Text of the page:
Many berries will drop off or be eaten, to ensure a good success rate sow at least twenty at a time, growth is slow and it will be the following spring before any leaves appear, for your new plants to produce berries you need to have a male and female plant, it will take about four or five years for the new plants to mature and produce berries.

If you have apple trees at school or at home you can ask each child to ‘plant’ a seed and put their name on the label with the date then they will (fingers crossed) be able to watch their own Mistletoe grow.

Have fun

Gill

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After 140 years of being in decline there is now evidence that our much loved and endangered Red Squirrels are on the increase, this is fantastic news.

In September it was revealed that a 3 month survey carried out by volunteers of Red Squirrels Northern England (RSNE) in 300 woodlands in the north including Cumbria and Northumberland found that Red Squirrel numbers had increased by 7% compared to Spring 2012, in contrast to this the numbers of grey squirrels in these areas had declined.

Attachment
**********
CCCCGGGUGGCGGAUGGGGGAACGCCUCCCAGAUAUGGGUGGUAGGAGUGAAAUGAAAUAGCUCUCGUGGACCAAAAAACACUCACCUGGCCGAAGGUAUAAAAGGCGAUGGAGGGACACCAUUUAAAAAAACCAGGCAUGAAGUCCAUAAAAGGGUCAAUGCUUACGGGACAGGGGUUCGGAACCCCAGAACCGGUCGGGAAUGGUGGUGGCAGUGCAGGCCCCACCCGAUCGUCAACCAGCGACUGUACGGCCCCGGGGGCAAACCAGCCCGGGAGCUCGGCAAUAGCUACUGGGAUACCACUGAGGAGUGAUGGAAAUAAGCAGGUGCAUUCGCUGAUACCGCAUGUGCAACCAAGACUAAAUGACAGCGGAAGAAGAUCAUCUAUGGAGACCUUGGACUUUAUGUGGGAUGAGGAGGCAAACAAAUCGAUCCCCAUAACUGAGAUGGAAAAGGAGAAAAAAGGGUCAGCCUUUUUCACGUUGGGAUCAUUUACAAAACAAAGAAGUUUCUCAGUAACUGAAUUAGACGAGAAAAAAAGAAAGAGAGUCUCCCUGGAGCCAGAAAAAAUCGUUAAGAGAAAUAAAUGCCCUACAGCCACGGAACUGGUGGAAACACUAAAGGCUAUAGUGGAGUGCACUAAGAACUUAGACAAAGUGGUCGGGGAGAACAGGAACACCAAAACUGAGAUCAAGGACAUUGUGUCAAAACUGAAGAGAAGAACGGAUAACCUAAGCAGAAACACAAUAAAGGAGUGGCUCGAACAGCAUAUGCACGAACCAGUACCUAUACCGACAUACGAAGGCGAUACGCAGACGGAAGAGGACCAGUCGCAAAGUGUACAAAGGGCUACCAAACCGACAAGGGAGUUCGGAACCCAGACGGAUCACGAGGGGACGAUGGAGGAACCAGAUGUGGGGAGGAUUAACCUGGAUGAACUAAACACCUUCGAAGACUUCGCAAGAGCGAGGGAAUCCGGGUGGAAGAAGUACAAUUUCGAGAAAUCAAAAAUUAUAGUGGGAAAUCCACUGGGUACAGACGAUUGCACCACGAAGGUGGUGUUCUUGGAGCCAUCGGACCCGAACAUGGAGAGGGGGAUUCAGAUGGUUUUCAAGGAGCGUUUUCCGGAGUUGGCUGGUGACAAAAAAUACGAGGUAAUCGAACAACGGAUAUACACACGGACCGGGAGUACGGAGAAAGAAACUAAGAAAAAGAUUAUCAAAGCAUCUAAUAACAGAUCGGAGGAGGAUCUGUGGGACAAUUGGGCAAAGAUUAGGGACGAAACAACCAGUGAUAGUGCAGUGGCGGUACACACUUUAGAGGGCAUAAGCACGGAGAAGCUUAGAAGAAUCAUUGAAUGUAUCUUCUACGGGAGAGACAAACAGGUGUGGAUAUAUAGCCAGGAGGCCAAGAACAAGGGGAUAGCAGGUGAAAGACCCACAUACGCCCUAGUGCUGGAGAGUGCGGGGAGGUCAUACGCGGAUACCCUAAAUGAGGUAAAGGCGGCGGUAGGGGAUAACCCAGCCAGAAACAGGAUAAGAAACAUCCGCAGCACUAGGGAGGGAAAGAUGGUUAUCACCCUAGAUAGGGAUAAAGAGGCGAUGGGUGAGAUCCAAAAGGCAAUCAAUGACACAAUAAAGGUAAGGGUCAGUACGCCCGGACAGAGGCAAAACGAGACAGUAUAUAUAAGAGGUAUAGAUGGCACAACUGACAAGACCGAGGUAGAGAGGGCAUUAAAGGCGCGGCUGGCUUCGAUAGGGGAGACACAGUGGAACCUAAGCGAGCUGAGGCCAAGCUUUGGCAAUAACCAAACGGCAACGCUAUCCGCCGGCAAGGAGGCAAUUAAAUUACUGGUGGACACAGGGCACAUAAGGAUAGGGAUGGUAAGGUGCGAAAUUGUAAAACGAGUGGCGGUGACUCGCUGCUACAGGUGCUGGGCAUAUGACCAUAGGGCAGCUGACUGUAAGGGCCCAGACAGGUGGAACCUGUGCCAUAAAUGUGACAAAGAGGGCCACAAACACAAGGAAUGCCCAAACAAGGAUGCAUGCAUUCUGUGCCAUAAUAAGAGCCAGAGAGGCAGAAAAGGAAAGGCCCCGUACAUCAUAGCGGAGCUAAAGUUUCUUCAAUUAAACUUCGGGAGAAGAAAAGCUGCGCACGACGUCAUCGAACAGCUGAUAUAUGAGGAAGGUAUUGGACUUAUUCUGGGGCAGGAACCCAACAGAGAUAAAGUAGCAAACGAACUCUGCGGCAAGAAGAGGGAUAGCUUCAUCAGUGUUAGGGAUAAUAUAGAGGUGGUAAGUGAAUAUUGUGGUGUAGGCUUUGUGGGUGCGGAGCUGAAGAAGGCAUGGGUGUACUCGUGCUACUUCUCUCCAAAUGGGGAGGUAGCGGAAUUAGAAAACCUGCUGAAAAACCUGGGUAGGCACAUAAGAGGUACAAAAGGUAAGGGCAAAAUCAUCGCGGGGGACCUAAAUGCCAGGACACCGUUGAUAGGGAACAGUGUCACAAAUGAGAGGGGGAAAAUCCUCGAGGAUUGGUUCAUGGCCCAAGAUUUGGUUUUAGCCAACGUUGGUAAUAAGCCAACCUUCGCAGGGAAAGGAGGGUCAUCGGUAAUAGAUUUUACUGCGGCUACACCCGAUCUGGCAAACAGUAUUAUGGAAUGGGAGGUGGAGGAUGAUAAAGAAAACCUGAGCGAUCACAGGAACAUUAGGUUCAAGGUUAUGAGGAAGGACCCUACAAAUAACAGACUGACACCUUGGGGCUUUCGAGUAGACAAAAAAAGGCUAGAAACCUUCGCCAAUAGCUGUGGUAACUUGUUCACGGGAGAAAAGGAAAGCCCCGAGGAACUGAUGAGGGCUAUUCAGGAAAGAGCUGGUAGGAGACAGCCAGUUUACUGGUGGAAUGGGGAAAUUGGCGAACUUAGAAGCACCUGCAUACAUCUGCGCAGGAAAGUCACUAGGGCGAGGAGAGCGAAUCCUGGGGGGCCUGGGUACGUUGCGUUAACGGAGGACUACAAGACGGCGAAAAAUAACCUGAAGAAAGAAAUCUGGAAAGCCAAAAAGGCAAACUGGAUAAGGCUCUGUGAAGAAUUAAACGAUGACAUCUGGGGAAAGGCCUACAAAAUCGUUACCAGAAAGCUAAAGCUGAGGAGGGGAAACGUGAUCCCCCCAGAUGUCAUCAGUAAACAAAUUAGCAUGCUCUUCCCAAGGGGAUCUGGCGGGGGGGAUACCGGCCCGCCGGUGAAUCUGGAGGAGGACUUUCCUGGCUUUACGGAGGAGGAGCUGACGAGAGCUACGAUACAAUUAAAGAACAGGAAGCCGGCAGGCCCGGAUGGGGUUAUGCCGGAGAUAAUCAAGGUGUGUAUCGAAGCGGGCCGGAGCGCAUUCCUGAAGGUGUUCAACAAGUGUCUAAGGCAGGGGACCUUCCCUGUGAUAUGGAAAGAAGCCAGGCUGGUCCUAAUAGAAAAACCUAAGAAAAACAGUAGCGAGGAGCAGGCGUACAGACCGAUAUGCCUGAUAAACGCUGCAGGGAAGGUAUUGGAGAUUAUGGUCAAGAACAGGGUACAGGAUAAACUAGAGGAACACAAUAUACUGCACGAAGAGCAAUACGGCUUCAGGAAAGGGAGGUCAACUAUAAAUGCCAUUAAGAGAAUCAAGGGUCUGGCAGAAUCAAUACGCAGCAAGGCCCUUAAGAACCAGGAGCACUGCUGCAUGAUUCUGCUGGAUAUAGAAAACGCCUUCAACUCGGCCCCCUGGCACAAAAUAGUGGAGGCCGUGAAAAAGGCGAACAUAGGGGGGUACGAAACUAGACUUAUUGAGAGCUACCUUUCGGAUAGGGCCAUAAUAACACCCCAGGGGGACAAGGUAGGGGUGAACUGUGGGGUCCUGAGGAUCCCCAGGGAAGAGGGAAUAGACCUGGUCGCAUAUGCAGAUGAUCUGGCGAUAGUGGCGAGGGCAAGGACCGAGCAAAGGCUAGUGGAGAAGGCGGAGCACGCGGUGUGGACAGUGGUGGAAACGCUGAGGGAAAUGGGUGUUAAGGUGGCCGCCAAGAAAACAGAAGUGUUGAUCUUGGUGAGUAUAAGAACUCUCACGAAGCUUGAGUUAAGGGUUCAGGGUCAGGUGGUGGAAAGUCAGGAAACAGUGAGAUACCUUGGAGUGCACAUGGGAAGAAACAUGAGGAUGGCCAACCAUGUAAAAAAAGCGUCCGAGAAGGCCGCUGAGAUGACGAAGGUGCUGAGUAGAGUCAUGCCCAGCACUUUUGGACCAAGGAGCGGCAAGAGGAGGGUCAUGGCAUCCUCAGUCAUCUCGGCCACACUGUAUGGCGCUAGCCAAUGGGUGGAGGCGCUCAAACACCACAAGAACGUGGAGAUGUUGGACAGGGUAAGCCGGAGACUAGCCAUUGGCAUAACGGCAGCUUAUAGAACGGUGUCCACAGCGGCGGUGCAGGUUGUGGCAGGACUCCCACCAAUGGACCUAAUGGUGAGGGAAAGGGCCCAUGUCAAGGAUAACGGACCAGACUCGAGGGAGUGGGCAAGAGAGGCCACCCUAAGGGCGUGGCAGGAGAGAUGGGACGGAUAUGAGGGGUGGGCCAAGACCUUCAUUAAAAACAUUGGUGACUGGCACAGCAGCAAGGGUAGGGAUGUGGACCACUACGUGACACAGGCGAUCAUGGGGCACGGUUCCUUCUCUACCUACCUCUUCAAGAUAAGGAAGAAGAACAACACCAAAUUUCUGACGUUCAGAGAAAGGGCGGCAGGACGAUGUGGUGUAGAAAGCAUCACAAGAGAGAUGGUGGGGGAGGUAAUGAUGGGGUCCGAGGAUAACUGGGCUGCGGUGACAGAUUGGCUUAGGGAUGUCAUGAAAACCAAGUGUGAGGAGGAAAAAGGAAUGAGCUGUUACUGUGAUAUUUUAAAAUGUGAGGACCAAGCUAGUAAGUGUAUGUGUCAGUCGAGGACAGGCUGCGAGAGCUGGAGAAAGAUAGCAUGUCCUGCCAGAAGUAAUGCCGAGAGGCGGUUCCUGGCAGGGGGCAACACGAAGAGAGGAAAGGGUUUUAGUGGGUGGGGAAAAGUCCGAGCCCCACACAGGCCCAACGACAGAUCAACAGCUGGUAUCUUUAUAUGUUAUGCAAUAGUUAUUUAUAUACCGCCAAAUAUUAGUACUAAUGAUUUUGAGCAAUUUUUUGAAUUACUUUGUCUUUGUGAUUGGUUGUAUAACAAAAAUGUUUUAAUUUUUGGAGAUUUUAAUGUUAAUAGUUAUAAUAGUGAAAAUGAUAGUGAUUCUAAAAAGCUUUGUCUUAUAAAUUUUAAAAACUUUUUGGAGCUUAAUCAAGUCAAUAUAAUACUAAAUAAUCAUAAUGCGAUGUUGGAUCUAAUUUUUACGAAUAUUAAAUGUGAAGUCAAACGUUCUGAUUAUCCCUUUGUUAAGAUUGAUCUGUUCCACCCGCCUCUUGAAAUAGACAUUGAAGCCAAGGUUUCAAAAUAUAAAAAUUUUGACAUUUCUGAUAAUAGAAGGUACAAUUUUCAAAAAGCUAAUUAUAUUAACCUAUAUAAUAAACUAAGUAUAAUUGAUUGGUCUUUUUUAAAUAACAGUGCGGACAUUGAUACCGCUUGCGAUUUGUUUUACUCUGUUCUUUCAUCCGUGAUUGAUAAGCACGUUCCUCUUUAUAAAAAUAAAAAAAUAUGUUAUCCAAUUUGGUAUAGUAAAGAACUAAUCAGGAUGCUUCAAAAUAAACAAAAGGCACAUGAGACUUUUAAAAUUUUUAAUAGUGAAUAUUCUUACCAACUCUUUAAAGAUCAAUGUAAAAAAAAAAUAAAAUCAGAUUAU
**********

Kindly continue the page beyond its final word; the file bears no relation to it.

Only this week it was announced that scientists have discovered that some of our Red Squirrels have developed an immunity to the Squirrel Pox Virus, this disease is transmitted by the Grey Squirrel to our native Reds although it does no harm to the Grey Squirrel it can kill our Red Squirrel within weeks.

These findings were published in EcoHealth by Tony Salisbury, from the Institute of Zoology, Zoological Society of London and suggest that a vaccine can be used to help our Red Squirrels fight the Squirrel Pox Virus.